The court further noted that the further argument of discretionary power of a public authority was also raised. The court pointed out that the CRA does not generally exercise discretionary powers. Rather, its mandate is to calculate taxes owing only. However, it may exercise discretionary powers when it decides, for instance, to issue a demand for information.
The Quebec Court of Appeal applied both the notions of failing to meet a standard of conduct and the abuse of discretionary powers in a review of the action of the Quebec Revenue Agency (ARQ) in an earlier decision, in which the court found, broadly, that:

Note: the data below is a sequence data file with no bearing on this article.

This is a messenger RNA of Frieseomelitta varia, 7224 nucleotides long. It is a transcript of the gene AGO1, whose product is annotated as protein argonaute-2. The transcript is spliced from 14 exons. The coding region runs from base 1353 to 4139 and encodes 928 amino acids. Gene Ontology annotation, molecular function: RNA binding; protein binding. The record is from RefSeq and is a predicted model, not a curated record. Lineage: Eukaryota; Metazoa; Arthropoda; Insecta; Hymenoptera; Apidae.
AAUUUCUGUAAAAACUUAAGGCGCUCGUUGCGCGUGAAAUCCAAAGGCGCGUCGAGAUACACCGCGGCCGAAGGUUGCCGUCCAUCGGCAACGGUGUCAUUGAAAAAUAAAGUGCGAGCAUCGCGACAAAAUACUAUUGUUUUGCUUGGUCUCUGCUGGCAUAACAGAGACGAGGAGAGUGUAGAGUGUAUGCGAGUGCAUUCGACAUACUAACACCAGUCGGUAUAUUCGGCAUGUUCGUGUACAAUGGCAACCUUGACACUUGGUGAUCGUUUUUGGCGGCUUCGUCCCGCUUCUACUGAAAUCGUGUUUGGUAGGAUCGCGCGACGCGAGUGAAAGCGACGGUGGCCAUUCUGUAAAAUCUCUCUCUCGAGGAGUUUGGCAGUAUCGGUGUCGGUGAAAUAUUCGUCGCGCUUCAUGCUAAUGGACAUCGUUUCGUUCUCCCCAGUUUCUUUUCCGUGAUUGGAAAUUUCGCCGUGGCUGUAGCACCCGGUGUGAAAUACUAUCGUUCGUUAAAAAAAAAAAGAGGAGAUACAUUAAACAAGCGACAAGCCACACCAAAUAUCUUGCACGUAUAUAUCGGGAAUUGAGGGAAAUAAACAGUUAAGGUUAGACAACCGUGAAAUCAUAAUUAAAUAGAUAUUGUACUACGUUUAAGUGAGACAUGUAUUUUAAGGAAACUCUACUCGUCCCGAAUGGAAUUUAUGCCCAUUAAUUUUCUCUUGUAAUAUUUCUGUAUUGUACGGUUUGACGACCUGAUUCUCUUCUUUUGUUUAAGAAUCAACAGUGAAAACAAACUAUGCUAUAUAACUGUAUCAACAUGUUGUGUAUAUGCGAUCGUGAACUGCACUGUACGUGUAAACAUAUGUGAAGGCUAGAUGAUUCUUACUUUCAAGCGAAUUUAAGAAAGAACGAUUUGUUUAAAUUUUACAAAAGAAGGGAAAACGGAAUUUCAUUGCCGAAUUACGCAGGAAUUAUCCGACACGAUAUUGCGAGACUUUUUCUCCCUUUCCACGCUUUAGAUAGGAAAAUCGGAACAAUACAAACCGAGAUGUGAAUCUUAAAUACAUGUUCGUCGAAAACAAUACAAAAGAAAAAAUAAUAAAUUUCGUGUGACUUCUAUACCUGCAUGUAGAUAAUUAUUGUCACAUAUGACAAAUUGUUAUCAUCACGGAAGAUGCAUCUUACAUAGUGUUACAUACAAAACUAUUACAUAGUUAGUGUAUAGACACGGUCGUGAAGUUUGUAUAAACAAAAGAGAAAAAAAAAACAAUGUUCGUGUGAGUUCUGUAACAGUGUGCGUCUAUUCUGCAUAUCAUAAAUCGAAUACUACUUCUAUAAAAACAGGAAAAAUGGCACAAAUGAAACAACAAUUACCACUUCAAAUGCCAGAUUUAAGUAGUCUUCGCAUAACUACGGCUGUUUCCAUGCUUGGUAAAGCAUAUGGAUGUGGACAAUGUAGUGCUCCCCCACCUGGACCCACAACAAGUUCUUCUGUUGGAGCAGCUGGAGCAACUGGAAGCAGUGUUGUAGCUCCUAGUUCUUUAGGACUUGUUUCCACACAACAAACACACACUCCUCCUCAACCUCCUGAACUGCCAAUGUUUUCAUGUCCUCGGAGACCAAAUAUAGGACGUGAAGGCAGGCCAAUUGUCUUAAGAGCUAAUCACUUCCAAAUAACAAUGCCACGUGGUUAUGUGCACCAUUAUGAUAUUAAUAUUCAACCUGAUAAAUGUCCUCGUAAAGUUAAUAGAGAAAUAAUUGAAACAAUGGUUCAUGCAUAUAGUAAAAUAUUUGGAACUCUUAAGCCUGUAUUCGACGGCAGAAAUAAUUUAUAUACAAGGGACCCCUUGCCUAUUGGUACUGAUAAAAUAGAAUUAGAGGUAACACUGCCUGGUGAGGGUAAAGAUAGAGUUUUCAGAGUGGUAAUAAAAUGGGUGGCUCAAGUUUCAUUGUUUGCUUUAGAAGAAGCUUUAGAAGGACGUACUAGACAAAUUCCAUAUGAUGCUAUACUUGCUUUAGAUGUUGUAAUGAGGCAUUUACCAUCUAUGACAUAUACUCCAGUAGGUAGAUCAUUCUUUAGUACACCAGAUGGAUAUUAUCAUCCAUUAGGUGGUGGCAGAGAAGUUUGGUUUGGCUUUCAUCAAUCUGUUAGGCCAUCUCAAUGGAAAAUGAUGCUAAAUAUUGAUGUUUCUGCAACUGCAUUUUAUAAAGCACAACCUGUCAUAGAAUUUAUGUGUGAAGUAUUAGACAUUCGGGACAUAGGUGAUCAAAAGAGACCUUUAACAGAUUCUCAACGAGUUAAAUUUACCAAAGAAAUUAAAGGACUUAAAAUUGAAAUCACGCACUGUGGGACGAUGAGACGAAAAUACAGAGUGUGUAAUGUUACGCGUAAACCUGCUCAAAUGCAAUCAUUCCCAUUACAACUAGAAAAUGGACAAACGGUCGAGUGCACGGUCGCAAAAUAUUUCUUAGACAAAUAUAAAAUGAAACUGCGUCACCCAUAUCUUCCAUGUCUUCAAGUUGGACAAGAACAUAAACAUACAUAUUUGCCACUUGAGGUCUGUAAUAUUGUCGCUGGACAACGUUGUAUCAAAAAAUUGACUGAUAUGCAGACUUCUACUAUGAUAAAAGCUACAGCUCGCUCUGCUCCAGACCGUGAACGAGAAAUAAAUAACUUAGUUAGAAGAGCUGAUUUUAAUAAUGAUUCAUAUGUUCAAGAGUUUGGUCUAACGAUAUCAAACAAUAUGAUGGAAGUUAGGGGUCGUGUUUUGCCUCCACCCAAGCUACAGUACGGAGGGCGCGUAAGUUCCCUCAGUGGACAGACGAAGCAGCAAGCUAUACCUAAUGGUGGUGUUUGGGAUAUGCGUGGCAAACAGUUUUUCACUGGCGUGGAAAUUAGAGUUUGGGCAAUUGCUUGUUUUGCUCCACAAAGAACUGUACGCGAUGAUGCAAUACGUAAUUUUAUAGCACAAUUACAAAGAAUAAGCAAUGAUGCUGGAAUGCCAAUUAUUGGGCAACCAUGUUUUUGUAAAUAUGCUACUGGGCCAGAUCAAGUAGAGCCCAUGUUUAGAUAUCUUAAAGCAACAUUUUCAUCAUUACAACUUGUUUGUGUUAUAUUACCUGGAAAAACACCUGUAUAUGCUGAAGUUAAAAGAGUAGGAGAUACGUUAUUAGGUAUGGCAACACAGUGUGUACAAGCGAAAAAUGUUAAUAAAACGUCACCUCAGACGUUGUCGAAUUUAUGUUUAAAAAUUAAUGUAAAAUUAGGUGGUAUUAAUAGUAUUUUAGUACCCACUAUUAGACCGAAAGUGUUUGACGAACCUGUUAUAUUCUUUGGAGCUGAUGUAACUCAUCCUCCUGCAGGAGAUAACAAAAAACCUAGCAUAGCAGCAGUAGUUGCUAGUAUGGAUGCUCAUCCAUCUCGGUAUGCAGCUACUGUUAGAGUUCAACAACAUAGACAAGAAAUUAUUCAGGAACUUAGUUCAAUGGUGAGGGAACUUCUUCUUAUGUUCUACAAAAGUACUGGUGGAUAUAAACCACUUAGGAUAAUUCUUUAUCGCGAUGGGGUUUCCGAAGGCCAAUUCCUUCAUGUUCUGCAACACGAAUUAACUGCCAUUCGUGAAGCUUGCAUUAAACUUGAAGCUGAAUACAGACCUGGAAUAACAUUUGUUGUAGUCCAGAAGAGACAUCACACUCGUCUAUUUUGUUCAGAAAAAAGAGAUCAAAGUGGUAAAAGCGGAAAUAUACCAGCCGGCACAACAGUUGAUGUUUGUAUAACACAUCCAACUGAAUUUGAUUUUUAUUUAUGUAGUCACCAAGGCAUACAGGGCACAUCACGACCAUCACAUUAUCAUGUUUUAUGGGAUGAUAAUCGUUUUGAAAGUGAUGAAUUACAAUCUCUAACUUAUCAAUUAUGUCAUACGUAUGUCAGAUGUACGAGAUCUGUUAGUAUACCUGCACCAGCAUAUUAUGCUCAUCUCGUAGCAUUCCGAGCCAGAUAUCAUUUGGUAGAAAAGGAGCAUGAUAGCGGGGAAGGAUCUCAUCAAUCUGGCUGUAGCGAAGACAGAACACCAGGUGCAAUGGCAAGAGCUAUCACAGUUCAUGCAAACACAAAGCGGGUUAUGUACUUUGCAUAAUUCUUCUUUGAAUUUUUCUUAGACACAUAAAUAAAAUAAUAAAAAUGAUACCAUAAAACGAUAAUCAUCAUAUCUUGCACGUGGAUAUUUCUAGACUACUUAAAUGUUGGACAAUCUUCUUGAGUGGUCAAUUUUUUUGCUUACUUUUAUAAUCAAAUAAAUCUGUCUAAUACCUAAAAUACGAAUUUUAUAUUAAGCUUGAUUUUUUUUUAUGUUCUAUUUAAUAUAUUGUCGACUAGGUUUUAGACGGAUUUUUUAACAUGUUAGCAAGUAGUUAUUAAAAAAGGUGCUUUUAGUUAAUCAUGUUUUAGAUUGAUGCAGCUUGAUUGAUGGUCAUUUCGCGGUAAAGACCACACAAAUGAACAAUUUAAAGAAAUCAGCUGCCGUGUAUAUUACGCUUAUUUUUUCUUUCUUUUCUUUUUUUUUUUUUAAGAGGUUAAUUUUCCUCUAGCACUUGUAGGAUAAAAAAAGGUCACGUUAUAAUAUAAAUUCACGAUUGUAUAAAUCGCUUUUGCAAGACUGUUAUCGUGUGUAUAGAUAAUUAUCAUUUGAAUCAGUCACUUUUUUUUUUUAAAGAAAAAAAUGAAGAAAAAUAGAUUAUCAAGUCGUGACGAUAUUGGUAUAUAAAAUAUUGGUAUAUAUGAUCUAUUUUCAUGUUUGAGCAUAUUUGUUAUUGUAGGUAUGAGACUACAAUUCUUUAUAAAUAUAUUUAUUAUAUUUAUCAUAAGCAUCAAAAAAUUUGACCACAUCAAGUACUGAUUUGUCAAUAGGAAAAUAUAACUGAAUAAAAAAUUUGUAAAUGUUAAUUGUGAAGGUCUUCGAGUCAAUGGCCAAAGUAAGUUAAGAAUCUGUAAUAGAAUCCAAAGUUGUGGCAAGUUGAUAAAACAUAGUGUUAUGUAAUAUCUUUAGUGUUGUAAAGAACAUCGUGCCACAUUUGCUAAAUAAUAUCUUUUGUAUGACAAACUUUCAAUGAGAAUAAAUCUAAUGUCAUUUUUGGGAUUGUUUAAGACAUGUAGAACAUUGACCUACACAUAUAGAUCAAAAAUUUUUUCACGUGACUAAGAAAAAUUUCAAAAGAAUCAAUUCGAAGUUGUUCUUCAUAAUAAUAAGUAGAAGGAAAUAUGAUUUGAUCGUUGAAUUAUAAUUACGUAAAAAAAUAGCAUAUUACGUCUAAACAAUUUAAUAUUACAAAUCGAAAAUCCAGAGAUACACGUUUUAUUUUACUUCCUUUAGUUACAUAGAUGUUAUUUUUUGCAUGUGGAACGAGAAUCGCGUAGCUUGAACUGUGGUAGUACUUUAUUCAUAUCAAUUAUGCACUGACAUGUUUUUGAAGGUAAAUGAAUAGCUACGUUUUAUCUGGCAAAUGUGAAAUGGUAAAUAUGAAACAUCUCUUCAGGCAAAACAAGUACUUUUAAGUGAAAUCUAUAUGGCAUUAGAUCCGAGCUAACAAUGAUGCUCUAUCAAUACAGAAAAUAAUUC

- if the auditor or the tax collector does not respect the professional, ethical and ethical obligations incumbent upon them, and its obligation to act with transparency and honesty as a public servant, or if it abuses its discretionary powers, the ARQ may have to compensate the taxpayer to whom these actions cause prejudice.
- The more exorbitant powers a government agency has, the more likely it is to cause harm to the taxpayer if it is abusive, unreasonable or irrelevant to the consequences that may result.
- the ARQ must ensure tax fairness between taxpayers while respecting its own rules and directives, its duty to act fairly and not to abuse the powerful tools at its disposal. It cannot be denied that marriage or the balancing of these two imperatives can sometimes be difficult.